There’s something that has been bugging me about The Dragon Speech and only today have I finally succeeded in putting my finger on it. Other people, like Corvus, have talked about the subject extensively, but I haven’t seen anyone address the possible limits that we designers have in our communication with the player.
Since videogames can talk back to the player, we could say that there’s a communication between the game itself (or even the designer) and the player. That’s all fine and dandy, but how limited is this communication? Well, basically this is what bugged me about the Dragon Speech when Chris more or less equates a conversation between two people with playing a videogame.
It isn’t that simple, mainly since two people talking implies a back and forth of ideas, of reactions, but a game cannot afford to do this or else it risks spreading itself too thin. And even then, we don’t exactly have the sufficiently intelligent AI for tackling such a feat with any degree of success (though a failed attempt, Façade was a very good first step in that direction).
What I’m talking about here is that any given game focuses in a few topics and never strays away from them at any given point, contrary to what happens in normal conversation where a cacophony of ideas, anecdotes and chit chat takes place.
There’s a strange dichotomy between the agent of chaos that is the player and the focused experience that the game tries to be. Sure, some designs are not linear, sure some games don’t even have an express objective, but the games are always in control of the topics beings discussed, even if their express goal when designed was to grant the player the most freedom possible.
So, the conversation that takes place when gaming is inherently limited to what the designer wants to talk about, or rather, what she wants to say. Furthermore, the game can only react to the actions it was programmed for, otherwise if the player does something unexpected he will always get an inappropriate reaction. The back and forth of the conversation is broken.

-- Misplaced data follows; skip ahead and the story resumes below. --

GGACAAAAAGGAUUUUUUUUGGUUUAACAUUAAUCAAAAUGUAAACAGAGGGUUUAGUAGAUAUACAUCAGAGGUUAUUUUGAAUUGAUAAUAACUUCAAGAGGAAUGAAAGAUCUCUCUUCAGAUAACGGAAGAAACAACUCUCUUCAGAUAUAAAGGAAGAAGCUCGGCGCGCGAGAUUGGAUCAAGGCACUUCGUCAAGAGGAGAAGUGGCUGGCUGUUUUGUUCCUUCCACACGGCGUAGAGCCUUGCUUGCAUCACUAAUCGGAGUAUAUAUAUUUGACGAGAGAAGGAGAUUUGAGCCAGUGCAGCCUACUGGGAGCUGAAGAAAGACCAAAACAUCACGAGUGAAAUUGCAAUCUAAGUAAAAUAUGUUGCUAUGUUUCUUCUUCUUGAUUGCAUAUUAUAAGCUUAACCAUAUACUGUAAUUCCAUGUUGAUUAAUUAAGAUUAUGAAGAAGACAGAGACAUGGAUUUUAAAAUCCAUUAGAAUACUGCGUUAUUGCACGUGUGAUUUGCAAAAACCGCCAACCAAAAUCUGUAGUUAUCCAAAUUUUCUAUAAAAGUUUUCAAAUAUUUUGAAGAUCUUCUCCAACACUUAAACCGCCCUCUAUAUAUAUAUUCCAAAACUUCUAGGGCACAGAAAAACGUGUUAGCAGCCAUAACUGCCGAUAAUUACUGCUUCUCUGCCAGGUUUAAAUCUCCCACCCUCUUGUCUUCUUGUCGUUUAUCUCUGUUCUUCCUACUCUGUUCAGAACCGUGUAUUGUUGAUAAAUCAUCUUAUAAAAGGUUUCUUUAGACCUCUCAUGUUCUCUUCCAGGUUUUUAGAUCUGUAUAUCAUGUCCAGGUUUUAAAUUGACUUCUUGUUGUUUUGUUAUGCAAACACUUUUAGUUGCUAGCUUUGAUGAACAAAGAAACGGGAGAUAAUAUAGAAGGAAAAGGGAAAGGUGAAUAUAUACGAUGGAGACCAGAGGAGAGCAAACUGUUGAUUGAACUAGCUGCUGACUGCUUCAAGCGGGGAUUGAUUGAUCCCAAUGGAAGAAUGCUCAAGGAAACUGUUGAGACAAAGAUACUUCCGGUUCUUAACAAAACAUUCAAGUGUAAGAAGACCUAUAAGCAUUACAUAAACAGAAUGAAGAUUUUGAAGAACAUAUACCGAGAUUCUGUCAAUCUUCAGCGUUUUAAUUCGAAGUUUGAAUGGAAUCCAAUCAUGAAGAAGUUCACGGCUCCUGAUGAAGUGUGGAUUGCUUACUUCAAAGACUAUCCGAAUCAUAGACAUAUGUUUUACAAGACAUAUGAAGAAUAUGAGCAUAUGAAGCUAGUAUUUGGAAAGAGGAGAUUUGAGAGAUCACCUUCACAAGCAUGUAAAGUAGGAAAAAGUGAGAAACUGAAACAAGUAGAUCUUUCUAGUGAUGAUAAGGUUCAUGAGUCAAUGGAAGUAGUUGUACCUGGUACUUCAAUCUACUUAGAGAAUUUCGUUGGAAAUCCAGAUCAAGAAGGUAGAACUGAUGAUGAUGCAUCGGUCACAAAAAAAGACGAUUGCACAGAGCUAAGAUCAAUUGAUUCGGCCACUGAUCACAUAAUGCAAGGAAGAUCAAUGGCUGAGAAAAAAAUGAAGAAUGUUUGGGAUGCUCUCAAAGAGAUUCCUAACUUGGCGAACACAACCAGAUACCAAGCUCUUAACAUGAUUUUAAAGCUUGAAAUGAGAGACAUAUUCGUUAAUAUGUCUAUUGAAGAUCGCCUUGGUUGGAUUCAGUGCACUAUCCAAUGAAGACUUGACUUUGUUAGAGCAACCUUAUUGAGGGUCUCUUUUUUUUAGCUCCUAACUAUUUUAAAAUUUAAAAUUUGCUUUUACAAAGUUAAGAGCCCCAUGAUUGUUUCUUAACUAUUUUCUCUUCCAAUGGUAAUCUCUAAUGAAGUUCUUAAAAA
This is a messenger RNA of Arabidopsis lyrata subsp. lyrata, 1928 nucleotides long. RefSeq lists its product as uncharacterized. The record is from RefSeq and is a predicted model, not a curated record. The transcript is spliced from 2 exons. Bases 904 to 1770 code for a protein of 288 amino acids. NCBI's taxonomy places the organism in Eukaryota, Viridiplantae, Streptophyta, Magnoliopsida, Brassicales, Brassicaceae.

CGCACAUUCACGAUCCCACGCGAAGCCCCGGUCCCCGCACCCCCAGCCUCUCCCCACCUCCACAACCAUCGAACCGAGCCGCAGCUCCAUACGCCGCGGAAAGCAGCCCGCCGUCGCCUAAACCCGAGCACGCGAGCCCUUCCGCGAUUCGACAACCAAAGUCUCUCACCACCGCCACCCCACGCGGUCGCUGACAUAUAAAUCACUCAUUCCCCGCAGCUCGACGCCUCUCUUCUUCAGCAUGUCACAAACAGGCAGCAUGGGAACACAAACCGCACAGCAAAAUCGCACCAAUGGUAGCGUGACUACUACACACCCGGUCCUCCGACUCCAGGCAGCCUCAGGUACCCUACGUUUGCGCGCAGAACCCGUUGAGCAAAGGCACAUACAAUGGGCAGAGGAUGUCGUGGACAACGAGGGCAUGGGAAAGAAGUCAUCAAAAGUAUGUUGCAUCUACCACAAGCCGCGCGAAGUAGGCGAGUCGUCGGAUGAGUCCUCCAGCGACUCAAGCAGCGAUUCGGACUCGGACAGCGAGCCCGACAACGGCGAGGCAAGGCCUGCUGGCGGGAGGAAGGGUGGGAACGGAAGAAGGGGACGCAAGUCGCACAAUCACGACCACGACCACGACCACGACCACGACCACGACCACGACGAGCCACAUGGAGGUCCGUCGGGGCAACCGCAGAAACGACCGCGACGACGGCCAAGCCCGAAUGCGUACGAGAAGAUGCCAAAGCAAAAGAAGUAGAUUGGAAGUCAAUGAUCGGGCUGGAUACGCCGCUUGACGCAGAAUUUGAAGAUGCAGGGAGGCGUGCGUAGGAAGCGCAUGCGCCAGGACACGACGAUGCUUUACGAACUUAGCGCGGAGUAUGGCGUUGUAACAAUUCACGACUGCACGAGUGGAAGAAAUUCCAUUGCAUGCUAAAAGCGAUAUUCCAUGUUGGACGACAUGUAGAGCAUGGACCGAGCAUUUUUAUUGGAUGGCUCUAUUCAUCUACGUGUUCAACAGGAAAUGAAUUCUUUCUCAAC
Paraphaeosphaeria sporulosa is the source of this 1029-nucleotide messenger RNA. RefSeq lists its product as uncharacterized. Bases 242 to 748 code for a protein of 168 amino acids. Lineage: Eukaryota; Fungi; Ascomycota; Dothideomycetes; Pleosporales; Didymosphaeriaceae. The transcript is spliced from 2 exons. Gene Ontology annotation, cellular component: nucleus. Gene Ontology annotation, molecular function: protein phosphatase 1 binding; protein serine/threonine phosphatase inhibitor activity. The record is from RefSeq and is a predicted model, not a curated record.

And I’m kind of wondering: Is this unavoidable? The knee-jerk response is to say that sooner or later, the player will always find an inappropriate reaction, but I’m not too sure of that myself. I mean, if the game was polished enough, short enough and designed well enough, then maybe, just maybe, the conversation of play won’t be broken for a small amount of people.
Then again, one could argue that purely ludic games like Super Mario Bros. have already accomplished that on a much, much smaller scale by simply having not that much to say but polishing that message to a shine. Problem is, I don’t like that approach since it implies that dealing with simple messages is the only choice we have as designers.
Mmmhhh, then there’s Passage, which communicates it’s message directly through mechanics and opens the communication only through interpretation. Only by deciphering what every mechanic means can the player understand what the game is “talking” about. The major disadvantage to this approach is that the inmediate communication is not very engaging and might even alienate some people. What do you exactly do in Passage? Well, you walk. And open chests. And maybe get a wife. And die. And that’s it, it just doesn’t sound very good at face value and so, it’s audience will be limited to those people who just “get it” and looked past the seemingly boring actions the game was apparently about.
Image silently pickpocketed from here.